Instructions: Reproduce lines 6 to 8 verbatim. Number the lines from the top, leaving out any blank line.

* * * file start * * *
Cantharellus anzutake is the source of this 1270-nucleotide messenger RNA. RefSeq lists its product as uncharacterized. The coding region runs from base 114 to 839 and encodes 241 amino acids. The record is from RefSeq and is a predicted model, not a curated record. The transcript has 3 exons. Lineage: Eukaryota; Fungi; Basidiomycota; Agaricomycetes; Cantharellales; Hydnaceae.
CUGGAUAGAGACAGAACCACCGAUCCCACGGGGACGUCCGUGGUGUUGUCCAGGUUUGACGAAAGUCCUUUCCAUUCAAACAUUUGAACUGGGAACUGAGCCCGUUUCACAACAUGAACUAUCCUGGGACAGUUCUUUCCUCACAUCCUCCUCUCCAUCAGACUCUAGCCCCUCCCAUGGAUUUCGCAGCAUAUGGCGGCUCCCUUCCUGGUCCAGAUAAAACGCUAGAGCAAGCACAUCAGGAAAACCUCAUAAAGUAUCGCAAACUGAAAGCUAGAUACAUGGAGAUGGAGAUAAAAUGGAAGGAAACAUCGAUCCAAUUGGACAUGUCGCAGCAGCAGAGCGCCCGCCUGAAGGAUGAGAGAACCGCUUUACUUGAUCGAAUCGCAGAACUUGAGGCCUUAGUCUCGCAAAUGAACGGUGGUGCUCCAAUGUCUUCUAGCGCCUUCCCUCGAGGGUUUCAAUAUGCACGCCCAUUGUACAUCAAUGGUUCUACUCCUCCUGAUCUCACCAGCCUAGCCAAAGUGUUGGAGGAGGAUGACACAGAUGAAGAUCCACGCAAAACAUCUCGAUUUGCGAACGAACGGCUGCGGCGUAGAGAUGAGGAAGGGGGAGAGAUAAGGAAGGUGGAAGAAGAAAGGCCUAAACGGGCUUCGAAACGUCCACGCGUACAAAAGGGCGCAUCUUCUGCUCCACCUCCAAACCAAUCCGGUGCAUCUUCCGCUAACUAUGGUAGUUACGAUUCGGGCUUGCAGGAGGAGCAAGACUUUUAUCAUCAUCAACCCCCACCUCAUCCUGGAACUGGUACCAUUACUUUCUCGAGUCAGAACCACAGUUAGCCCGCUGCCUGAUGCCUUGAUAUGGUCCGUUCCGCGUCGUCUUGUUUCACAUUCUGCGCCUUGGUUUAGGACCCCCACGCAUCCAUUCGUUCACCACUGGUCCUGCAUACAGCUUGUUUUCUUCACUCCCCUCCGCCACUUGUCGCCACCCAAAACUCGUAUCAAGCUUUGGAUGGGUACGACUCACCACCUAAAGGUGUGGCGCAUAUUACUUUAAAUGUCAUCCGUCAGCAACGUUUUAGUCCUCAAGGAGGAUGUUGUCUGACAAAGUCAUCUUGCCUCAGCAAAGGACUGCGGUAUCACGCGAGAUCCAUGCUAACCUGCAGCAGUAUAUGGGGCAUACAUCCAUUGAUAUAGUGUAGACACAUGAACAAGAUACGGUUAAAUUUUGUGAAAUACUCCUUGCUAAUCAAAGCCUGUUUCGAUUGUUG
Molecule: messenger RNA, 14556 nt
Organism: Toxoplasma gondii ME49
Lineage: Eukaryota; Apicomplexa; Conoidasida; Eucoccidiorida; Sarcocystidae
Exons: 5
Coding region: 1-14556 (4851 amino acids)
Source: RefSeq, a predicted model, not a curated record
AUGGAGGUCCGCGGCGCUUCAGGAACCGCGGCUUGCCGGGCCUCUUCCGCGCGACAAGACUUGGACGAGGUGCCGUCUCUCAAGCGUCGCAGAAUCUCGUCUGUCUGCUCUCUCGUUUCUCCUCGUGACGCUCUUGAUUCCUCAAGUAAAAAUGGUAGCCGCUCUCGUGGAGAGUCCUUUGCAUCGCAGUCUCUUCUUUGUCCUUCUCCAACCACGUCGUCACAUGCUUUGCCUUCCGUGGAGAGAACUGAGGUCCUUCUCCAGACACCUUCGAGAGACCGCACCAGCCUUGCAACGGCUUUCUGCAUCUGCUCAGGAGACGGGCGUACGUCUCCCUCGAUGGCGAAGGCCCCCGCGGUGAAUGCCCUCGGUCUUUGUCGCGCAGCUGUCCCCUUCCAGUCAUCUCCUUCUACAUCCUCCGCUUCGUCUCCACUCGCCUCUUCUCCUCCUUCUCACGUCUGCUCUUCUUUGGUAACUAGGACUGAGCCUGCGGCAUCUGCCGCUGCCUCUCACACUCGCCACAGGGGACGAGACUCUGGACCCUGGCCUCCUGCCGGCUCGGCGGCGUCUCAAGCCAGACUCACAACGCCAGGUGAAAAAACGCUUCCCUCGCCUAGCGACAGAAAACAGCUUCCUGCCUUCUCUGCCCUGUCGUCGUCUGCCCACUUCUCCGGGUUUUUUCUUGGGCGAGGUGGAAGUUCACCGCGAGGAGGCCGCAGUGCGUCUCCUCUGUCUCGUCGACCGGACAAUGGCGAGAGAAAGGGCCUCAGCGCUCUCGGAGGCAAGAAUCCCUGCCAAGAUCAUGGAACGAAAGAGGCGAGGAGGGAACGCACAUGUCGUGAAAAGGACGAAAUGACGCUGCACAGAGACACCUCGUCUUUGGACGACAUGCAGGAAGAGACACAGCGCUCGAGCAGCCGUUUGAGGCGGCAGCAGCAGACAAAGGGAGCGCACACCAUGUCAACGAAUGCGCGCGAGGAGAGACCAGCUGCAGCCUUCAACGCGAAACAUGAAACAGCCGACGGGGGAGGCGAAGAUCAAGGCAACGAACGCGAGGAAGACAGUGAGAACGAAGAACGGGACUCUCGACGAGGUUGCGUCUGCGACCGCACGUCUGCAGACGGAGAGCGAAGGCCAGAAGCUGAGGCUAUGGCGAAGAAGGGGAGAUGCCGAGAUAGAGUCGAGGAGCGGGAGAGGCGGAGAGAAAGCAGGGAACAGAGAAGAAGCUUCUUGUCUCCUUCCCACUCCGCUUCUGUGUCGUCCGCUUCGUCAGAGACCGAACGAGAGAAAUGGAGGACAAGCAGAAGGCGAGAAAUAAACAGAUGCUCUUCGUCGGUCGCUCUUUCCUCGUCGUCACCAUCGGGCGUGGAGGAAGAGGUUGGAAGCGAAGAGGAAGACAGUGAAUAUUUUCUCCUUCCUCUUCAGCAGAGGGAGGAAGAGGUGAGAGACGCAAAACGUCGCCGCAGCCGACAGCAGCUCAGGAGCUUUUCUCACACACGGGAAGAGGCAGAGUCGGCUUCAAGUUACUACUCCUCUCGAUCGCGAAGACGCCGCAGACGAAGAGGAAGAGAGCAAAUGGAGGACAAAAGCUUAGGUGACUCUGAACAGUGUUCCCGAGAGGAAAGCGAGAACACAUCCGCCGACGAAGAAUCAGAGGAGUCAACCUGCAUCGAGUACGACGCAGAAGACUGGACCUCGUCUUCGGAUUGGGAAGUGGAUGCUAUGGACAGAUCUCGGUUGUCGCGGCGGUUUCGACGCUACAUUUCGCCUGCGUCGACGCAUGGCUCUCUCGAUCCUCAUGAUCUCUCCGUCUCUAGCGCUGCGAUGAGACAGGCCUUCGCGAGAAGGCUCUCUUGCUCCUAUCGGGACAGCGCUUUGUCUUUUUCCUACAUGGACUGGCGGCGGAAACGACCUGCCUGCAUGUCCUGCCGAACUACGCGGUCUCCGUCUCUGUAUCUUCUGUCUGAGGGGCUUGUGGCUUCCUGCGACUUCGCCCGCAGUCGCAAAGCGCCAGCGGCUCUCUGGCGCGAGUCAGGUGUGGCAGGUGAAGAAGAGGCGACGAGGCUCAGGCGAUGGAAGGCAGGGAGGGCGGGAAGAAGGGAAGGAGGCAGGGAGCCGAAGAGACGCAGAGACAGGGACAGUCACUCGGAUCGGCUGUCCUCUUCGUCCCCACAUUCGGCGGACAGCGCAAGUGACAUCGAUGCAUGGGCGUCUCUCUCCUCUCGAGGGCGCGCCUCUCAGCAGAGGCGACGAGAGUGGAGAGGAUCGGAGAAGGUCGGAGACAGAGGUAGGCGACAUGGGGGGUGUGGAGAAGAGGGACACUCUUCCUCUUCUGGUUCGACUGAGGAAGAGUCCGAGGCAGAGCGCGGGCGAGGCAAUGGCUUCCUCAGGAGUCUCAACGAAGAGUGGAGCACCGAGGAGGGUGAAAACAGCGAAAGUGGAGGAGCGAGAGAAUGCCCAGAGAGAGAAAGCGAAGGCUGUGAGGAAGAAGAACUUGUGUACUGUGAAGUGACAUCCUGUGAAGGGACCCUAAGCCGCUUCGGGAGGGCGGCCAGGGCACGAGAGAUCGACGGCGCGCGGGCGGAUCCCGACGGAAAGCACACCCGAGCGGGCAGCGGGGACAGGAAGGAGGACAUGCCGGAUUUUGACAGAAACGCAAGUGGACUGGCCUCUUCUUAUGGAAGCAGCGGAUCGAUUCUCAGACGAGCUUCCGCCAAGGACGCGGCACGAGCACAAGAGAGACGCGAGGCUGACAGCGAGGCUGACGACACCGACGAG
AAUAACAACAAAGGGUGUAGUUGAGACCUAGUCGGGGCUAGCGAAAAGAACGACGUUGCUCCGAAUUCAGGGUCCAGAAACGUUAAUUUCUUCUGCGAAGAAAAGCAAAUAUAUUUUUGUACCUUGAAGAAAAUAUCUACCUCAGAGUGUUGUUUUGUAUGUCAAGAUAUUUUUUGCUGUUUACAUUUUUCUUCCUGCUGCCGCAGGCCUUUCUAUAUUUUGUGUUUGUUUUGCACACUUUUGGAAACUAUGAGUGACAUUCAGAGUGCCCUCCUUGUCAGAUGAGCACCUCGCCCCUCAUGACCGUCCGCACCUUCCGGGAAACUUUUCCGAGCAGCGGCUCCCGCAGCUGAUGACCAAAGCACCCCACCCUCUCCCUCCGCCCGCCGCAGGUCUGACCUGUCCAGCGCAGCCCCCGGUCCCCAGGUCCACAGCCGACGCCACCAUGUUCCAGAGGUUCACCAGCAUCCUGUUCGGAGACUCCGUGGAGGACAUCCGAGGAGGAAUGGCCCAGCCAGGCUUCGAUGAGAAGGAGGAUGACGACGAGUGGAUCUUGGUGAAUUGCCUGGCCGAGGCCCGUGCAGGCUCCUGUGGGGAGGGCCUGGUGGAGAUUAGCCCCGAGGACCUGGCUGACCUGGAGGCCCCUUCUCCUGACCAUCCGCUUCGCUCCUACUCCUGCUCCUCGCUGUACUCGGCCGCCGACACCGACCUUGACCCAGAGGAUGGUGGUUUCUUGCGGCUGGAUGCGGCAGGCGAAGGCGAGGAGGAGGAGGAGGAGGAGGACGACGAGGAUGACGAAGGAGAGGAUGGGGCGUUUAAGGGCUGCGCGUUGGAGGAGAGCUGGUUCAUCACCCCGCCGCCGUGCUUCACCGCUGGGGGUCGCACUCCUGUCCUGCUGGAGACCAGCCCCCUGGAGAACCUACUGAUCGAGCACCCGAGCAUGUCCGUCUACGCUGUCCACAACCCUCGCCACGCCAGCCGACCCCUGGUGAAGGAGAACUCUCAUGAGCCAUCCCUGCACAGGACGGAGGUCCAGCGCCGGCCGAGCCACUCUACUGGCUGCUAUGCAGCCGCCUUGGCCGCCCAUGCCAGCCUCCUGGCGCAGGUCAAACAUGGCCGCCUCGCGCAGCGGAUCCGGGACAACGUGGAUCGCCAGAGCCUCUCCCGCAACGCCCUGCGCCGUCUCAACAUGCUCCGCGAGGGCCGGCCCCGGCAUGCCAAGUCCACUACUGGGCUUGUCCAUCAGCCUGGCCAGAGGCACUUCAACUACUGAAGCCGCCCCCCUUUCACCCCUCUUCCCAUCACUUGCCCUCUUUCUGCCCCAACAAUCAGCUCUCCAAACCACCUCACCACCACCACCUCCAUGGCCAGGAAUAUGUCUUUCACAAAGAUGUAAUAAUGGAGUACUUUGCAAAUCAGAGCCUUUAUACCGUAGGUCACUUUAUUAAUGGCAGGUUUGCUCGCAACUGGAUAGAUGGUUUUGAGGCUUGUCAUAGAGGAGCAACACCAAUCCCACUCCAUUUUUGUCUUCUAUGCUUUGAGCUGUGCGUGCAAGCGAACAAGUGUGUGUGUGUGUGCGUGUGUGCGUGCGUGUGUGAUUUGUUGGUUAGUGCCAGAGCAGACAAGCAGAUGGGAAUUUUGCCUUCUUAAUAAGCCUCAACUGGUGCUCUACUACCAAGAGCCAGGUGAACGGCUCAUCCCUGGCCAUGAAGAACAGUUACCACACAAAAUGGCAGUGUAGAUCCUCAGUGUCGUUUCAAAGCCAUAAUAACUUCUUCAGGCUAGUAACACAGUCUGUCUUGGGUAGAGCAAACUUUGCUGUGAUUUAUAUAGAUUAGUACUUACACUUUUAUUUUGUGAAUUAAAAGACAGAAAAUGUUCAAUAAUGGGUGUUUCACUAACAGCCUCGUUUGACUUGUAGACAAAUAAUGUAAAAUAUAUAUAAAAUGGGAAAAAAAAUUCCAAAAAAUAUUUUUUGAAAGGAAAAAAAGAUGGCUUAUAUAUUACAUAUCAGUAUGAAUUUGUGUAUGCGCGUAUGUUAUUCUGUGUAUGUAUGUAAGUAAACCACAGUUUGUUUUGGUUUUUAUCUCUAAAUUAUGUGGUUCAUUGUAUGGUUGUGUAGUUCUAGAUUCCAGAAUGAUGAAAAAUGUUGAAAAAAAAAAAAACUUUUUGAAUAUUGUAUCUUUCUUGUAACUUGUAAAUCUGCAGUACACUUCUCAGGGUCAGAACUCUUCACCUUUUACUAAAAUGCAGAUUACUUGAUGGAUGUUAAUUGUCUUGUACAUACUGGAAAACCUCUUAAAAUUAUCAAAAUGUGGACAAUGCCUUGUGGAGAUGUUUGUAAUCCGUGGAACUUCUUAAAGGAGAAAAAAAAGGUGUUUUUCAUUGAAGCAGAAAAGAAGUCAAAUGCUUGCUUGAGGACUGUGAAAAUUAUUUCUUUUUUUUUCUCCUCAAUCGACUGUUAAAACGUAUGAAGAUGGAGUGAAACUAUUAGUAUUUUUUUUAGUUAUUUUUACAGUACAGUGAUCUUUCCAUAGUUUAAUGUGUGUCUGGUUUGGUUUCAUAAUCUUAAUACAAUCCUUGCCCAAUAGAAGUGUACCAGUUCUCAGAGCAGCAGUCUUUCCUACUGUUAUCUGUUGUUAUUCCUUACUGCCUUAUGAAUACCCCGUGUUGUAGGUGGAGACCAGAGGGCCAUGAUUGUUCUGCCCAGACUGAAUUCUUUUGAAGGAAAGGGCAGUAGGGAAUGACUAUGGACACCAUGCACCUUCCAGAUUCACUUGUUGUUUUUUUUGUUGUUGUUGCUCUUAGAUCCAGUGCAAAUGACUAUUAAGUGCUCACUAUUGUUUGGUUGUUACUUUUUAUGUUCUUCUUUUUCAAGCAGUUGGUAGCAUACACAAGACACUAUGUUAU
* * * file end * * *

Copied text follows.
Exons: 5
Coding region: 1-14556 (4851 amino acids)
Source: RefSeq, a predicted model, not a curated record